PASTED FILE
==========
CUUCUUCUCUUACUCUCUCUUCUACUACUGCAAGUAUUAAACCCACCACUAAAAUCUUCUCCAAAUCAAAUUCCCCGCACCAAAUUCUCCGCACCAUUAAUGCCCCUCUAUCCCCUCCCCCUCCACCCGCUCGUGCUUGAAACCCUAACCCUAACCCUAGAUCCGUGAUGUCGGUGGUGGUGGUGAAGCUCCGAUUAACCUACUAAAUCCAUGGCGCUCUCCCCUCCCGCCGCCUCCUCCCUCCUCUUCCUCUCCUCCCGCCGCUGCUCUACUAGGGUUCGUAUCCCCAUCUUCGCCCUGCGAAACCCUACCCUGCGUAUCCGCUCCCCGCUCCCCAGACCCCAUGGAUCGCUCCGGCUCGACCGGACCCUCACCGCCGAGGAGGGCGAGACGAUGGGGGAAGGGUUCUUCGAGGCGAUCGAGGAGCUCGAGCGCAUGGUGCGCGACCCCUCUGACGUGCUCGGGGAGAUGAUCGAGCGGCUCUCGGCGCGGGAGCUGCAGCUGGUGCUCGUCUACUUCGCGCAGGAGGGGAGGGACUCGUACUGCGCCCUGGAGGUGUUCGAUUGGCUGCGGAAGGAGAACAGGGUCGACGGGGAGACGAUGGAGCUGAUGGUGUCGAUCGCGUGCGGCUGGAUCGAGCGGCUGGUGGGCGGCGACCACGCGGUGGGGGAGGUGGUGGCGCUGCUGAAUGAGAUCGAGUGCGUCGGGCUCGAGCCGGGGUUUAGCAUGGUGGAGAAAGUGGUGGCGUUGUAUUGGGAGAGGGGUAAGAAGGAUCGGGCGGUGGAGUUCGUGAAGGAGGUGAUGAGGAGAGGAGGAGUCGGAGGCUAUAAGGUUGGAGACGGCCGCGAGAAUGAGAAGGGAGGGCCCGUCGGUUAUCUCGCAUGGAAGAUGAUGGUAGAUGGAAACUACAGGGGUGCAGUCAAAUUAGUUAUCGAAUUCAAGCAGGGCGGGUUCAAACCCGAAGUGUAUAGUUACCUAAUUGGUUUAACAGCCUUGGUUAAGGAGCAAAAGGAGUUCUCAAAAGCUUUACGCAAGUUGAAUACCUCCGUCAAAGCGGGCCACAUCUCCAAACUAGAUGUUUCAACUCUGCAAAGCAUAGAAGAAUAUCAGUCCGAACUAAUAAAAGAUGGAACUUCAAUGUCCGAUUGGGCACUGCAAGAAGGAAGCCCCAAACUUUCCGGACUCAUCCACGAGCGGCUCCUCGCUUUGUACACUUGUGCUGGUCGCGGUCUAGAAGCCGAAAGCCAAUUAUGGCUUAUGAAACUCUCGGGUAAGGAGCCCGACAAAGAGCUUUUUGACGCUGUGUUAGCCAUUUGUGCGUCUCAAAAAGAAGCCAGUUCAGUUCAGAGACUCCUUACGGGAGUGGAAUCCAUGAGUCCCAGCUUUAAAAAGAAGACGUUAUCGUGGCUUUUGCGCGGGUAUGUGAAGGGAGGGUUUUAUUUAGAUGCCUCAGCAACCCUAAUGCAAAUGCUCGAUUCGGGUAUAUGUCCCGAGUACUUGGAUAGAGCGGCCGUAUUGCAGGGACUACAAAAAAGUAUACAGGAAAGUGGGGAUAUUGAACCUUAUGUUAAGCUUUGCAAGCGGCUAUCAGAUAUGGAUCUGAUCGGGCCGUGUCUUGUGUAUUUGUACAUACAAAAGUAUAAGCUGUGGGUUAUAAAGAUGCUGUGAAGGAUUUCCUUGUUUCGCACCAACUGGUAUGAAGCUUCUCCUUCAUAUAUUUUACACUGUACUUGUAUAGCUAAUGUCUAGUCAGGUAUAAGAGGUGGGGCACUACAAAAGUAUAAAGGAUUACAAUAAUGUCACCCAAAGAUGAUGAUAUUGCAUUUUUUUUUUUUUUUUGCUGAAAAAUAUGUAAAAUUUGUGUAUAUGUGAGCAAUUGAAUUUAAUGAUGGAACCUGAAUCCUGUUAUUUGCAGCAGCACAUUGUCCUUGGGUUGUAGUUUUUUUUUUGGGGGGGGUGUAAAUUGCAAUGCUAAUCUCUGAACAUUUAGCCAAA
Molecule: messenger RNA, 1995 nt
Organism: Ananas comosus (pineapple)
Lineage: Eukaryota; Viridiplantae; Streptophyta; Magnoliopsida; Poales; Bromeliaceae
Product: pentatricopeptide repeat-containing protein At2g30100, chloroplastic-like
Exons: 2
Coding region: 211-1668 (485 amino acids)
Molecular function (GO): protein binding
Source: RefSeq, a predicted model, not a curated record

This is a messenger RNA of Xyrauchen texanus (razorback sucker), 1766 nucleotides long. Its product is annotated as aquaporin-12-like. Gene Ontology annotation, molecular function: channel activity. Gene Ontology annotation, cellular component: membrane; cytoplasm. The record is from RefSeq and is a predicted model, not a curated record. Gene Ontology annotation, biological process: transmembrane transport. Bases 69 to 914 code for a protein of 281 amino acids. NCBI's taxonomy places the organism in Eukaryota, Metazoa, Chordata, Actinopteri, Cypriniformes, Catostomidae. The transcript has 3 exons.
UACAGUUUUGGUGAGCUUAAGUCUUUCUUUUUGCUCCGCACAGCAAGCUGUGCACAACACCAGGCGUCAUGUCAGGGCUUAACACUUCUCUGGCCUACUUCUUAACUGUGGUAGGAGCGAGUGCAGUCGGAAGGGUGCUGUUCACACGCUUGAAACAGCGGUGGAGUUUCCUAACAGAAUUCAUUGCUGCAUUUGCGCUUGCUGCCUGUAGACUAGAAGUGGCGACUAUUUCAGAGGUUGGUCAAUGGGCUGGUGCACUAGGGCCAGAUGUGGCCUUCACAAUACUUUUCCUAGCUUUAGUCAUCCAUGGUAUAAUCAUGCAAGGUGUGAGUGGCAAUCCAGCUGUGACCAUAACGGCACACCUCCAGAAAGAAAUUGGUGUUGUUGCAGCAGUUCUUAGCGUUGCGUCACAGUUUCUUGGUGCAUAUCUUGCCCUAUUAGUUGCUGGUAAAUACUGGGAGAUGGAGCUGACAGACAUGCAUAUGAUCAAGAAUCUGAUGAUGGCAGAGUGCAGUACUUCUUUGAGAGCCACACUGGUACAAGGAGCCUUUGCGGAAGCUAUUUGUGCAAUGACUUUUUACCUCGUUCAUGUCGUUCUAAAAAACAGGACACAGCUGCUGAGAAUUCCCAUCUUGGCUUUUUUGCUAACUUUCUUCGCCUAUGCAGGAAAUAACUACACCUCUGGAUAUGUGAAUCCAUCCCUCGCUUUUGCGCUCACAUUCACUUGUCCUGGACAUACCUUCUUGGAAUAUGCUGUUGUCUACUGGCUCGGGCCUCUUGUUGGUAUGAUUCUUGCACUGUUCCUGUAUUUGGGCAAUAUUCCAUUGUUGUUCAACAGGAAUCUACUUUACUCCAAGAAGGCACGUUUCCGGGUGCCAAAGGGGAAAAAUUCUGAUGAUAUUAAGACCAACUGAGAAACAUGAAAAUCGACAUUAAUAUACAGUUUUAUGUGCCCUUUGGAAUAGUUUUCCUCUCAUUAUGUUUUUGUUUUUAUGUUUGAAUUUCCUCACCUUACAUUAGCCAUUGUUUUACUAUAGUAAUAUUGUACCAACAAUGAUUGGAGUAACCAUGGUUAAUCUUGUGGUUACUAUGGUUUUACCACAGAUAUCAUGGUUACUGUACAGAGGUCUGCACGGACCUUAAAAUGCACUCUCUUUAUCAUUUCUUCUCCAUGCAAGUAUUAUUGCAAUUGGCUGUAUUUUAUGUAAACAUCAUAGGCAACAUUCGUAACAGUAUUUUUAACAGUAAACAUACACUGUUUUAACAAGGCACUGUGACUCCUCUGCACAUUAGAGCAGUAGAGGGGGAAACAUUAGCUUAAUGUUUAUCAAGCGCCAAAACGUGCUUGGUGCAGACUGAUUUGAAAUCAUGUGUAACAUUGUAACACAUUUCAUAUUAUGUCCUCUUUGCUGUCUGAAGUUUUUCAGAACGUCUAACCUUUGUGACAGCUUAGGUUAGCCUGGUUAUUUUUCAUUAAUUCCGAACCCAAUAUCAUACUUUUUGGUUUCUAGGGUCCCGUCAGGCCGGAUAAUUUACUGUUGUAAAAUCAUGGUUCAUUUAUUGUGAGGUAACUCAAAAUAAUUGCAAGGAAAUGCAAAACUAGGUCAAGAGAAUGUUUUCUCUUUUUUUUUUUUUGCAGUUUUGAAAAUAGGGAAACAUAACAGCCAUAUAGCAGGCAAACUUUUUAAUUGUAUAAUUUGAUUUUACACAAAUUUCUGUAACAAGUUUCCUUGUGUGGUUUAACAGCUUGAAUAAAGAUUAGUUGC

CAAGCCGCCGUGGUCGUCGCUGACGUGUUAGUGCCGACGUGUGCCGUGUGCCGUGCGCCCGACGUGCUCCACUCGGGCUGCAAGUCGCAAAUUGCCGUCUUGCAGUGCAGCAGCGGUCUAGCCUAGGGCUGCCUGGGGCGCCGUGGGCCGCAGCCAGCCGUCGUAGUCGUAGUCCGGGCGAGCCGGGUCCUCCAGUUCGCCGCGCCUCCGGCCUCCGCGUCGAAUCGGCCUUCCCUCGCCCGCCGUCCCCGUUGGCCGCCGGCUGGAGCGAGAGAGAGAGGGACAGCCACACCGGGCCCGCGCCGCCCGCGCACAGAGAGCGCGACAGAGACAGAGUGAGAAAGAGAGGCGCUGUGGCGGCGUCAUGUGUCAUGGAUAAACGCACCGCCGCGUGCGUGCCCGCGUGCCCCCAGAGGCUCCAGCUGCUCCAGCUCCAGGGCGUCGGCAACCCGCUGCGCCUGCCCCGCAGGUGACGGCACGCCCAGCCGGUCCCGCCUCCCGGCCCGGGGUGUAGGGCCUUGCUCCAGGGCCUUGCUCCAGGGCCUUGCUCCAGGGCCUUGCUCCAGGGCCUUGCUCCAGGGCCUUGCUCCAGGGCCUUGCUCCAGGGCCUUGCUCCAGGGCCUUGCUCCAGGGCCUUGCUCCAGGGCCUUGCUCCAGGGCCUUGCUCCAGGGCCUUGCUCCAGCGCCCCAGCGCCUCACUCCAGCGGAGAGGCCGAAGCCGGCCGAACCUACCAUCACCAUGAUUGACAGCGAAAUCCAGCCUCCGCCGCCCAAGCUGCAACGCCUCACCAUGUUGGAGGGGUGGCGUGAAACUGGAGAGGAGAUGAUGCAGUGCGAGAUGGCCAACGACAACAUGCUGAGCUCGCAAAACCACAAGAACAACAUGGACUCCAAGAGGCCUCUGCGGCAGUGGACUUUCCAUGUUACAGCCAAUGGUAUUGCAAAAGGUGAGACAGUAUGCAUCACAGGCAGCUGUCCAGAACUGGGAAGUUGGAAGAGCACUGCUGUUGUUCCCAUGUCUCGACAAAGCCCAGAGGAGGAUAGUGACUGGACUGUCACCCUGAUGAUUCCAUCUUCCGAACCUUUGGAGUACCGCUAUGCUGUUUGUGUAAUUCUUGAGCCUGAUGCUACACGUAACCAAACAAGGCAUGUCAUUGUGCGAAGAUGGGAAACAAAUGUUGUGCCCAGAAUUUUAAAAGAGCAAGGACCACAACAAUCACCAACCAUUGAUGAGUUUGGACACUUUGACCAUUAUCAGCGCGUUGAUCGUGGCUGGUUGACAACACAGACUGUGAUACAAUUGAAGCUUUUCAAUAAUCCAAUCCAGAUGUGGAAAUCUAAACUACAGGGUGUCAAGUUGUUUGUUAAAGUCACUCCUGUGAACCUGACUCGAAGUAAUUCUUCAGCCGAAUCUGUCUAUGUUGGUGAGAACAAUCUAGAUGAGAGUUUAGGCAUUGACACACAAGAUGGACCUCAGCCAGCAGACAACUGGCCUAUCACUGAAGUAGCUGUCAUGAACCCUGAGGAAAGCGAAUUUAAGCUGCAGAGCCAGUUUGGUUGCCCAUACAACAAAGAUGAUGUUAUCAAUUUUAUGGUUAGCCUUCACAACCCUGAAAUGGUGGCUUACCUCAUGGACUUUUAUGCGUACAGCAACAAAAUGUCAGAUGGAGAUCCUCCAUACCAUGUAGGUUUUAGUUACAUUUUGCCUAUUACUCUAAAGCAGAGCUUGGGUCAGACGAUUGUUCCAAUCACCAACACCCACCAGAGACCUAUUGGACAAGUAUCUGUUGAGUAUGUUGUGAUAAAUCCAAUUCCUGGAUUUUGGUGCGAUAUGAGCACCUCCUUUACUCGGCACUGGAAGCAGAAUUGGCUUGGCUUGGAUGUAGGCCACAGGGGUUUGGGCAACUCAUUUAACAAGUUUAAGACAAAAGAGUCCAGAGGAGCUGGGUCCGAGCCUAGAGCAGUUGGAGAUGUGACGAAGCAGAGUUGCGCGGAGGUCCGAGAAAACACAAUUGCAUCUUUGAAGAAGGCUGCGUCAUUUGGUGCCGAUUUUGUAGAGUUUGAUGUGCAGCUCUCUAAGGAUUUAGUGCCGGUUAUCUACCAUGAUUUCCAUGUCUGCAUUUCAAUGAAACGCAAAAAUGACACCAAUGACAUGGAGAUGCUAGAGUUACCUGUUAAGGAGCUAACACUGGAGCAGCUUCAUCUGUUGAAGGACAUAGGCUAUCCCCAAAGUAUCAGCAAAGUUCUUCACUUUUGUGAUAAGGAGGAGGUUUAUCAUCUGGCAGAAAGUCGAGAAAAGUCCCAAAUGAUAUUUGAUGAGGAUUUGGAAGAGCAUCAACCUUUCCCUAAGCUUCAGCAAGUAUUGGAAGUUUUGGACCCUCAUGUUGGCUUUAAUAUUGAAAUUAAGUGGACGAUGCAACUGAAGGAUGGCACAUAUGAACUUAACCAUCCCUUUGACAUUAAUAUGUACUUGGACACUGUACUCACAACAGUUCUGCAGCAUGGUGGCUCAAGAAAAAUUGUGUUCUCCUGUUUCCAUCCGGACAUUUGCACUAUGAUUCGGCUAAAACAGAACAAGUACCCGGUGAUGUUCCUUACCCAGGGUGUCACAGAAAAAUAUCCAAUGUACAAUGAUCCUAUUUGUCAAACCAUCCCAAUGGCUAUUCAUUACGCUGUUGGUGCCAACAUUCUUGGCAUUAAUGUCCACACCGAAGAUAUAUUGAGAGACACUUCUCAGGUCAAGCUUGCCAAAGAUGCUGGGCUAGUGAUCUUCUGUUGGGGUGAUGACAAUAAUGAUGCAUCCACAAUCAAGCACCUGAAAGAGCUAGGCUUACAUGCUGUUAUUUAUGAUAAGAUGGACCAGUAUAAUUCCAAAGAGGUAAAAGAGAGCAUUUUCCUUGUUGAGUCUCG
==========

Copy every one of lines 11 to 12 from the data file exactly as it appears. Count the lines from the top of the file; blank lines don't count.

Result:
UACAGUUUUGGUGAGCUUAAGUCUUUCUUUUUGCUCCGCACAGCAAGCUGUGCACAACACCAGGCGUCAUGUCAGGGCUUAACACUUCUCUGGCCUACUUCUUAACUGUGGUAGGAGCGAGUGCAGUCGGAAGGGUGCUGUUCACACGCUUGAAACAGCGGUGGAGUUUCCUAACAGAAUUCAUUGCUGCAUUUGCGCUUGCUGCCUGUAGACUAGAAGUGGCGACUAUUUCAGAGGUUGGUCAAUGGGCUGGUGCACUAGGGCCAGAUGUGGCCUUCACAAUACUUUUCCUAGCUUUAGUCAUCCAUGGUAUAAUCAUGCAAGGUGUGAGUGGCAAUCCAGCUGUGACCAUAACGGCACACCUCCAGAAAGAAAUUGGUGUUGUUGCAGCAGUUCUUAGCGUUGCGUCACAGUUUCUUGGUGCAUAUCUUGCCCUAUUAGUUGCUGGUAAAUACUGGGAGAUGGAGCUGACAGACAUGCAUAUGAUCAAGAAUCUGAUGAUGGCAGAGUGCAGUACUUCUUUGAGAGCCACACUGGUACAAGGAGCCUUUGCGGAAGCUAUUUGUGCAAUGACUUUUUACCUCGUUCAUGUCGUUCUAAAAAACAGGACACAGCUGCUGAGAAUUCCCAUCUUGGCUUUUUUGCUAACUUUCUUCGCCUAUGCAGGAAAUAACUACACCUCUGGAUAUGUGAAUCCAUCCCUCGCUUUUGCGCUCACAUUCACUUGUCCUGGACAUACCUUCUUGGAAUAUGCUGUUGUCUACUGGCUCGGGCCUCUUGUUGGUAUGAUUCUUGCACUGUUCCUGUAUUUGGGCAAUAUUCCAUUGUUGUUCAACAGGAAUCUACUUUACUCCAAGAAGGCACGUUUCCGGGUGCCAAAGGGGAAAAAUUCUGAUGAUAUUAAGACCAACUGAGAAACAUGAAAAUCGACAUUAAUAUACAGUUUUAUGUGCCCUUUGGAAUAGUUUUCCUCUCAUUAUGUUUUUGUUUUUAUGUUUGAAUUUCCUCACCUUACAUUAGCCAUUGUUUUACUAUAGUAAUAUUGUACCAACAAUGAUUGGAGUAACCAUGGUUAAUCUUGUGGUUACUAUGGUUUUACCACAGAUAUCAUGGUUACUGUACAGAGGUCUGCACGGACCUUAAAAUGCACUCUCUUUAUCAUUUCUUCUCCAUGCAAGUAUUAUUGCAAUUGGCUGUAUUUUAUGUAAACAUCAUAGGCAACAUUCGUAACAGUAUUUUUAACAGUAAACAUACACUGUUUUAACAAGGCACUGUGACUCCUCUGCACAUUAGAGCAGUAGAGGGGGAAACAUUAGCUUAAUGUUUAUCAAGCGCCAAAACGUGCUUGGUGCAGACUGAUUUGAAAUCAUGUGUAACAUUGUAACACAUUUCAUAUUAUGUCCUCUUUGCUGUCUGAAGUUUUUCAGAACGUCUAACCUUUGUGACAGCUUAGGUUAGCCUGGUUAUUUUUCAUUAAUUCCGAACCCAAUAUCAUACUUUUUGGUUUCUAGGGUCCCGUCAGGCCGGAUAAUUUACUGUUGUAAAAUCAUGGUUCAUUUAUUGUGAGGUAACUCAAAAUAAUUGCAAGGAAAUGCAAAACUAGGUCAAGAGAAUGUUUUCUCUUUUUUUUUUUUUGCAGUUUUGAAAAUAGGGAAACAUAACAGCCAUAUAGCAGGCAAACUUUUUAAUUGUAUAAUUUGAUUUUACACAAAUUUCUGUAACAAGUUUCCUUGUGUGGUUUAACAGCUUGAAUAAAGAUUAGUUGC

CAAGCCGCCGUGGUCGUCGCUGACGUGUUAGUGCCGACGUGUGCCGUGUGCCGUGCGCCCGACGUGCUCCACUCGGGCUGCAAGUCGCAAAUUGCCGUCUUGCAGUGCAGCAGCGGUCUAGCCUAGGGCUGCCUGGGGCGCCGUGGGCCGCAGCCAGCCGUCGUAGUCGUAGUCCGGGCGAGCCGGGUCCUCCAGUUCGCCGCGCCUCCGGCCUCCGCGUCGAAUCGGCCUUCCCUCGCCCGCCGUCCCCGUUGGCCGCCGGCUGGAGCGAGAGAGAGAGGGACAGCCACACCGGGCCCGCGCCGCCCGCGCACAGAGAGCGCGACAGAGACAGAGUGAGAAAGAGAGGCGCUGUGGCGGCGUCAUGUGUCAUGGAUAAACGCACCGCCGCGUGCGUGCCCGCGUGCCCCCAGAGGCUCCAGCUGCUCCAGCUCCAGGGCGUCGGCAACCCGCUGCGCCUGCCCCGCAGGUGACGGCACGCCCAGCCGGUCCCGCCUCCCGGCCCGGGGUGUAGGGCCUUGCUCCAGGGCCUUGCUCCAGGGCCUUGCUCCAGGGCCUUGCUCCAGGGCCUUGCUCCAGGGCCUUGCUCCAGGGCCUUGCUCCAGGGCCUUGCUCCAGGGCCUUGCUCCAGGGCCUUGCUCCAGGGCCUUGCUCCAGGGCCUUGCUCCAGGGCCUUGCUCCAGCGCCCCAGCGCCUCACUCCAGCGGAGAGGCCGAAGCCGGCCGAACCUACCAUCACCAUGAUUGACAGCGAAAUCCAGCCUCCGCCGCCCAAGCUGCAACGCCUCACCAUGUUGGAGGGGUGGCGUGAAACUGGAGAGGAGAUGAUGCAGUGCGAGAUGGCCAACGACAACAUGCUGAGCUCGCAAAACCACAAGAACAACAUGGACUCCAAGAGGCCUCUGCGGCAGUGGACUUUCCAUGUUACAGCCAAUGGUAUUGCAAAAGGUGAGACAGUAUGCAUCACAGGCAGCUGUCCAGAACUGGGAAGUUGGAAGAGCACUGCUGUUGUUCCCAUGUCUCGACAAAGCCCAGAGGAGGAUAGUGACUGGACUGUCACCCUGAUGAUUCCAUCUUCCGAACCUUUGGAGUACCGCUAUGCUGUUUGUGUAAUUCUUGAGCCUGAUGCUACACGUAACCAAACAAGGCAUGUCAUUGUGCGAAGAUGGGAAACAAAUGUUGUGCCCAGAAUUUUAAAAGAGCAAGGACCACAACAAUCACCAACCAUUGAUGAGUUUGGACACUUUGACCAUUAUCAGCGCGUUGAUCGUGGCUGGUUGACAACACAGACUGUGAUACAAUUGAAGCUUUUCAAUAAUCCAAUCCAGAUGUGGAAAUCUAAACUACAGGGUGUCAAGUUGUUUGUUAAAGUCACUCCUGUGAACCUGACUCGAAGUAAUUCUUCAGCCGAAUCUGUCUAUGUUGGUGAGAACAAUCUAGAUGAGAGUUUAGGCAUUGACACACAAGAUGGACCUCAGCCAGCAGACAACUGGCCUAUCACUGAAGUAGCUGUCAUGAACCCUGAGGAAAGCGAAUUUAAGCUGCAGAGCCAGUUUGGUUGCCCAUACAACAAAGAUGAUGUUAUCAAUUUUAUGGUUAGCCUUCACAACCCUGAAAUGGUGGCUUACCUCAUGGACUUUUAUGCGUACAGCAACAAAAUGUCAGAUGGAGAUCCUCCAUACCAUGUAGGUUUUAGUUACAUUUUGCCUAUUACUCUAAAGCAGAGCUUGGGUCAGACGAUUGUUCCAAUCACCAACACCCACCAGAGACCUAUUGGACAAGUAUCUGUUGAGUAUGUUGUGAUAAAUCCAAUUCCUGGAUUUUGGUGCGAUAUGAGCACCUCCUUUACUCGGCACUGGAAGCAGAAUUGGCUUGGCUUGGAUGUAGGCCACAGGGGUUUGGGCAACUCAUUUAACAAGUUUAAGACAAAAGAGUCCAGAGGAGCUGGGUCCGAGCCUAGAGCAGUUGGAGAUGUGACGAAGCAGAGUUGCGCGGAGGUCCGAGAAAACACAAUUGCAUCUUUGAAGAAGGCUGCGUCAUUUGGUGCCGAUUUUGUAGAGUUUGAUGUGCAGCUCUCUAAGGAUUUAGUGCCGGUUAUCUACCAUGAUUUCCAUGUCUGCAUUUCAAUGAAACGCAAAAAUGACACCAAUGACAUGGAGAUGCUAGAGUUACCUGUUAAGGAGCUAACACUGGAGCAGCUUCAUCUGUUGAAGGACAUAGGCUAUCCCCAAAGUAUCAGCAAAGUUCUUCACUUUUGUGAUAAGGAGGAGGUUUAUCAUCUGGCAGAAAGUCGAGAAAAGUCCCAAAUGAUAUUUGAUGAGGAUUUGGAAGAGCAUCAACCUUUCCCUAAGCUUCAGCAAGUAUUGGAAGUUUUGGACCCUCAUGUUGGCUUUAAUAUUGAAAUUAAGUGGACGAUGCAACUGAAGGAUGGCACAUAUGAACUUAACCAUCCCUUUGACAUUAAUAUGUACUUGGACACUGUACUCACAACAGUUCUGCAGCAUGGUGGCUCAAGAAAAAUUGUGUUCUCCUGUUUCCAUCCGGACAUUUGCACUAUGAUUCGGCUAAAACAGAACAAGUACCCGGUGAUGUUCCUUACCCAGGGUGUCACAGAAAAAUAUCCAAUGUACAAUGAUCCUAUUUGUCAAACCAUCCCAAUGGCUAUUCAUUACGCUGUUGGUGCCAACAUUCUUGGCAUUAAUGUCCACACCGAAGAUAUAUUGAGAGACACUUCUCAGGUCAAGCUUGCCAAAGAUGCUGGGCUAGUGAUCUUCUGUUGGGGUGAUGACAAUAAUGAUGCAUCCACAAUCAAGCACCUGAAAGAGCUAGGCUUACAUGCUGUUAUUUAUGAUAAGAUGGACCAGUAUAAUUCCAAAGAGGUAAAAGAGAGCAUUUUCCUUGUUGAGUCUCG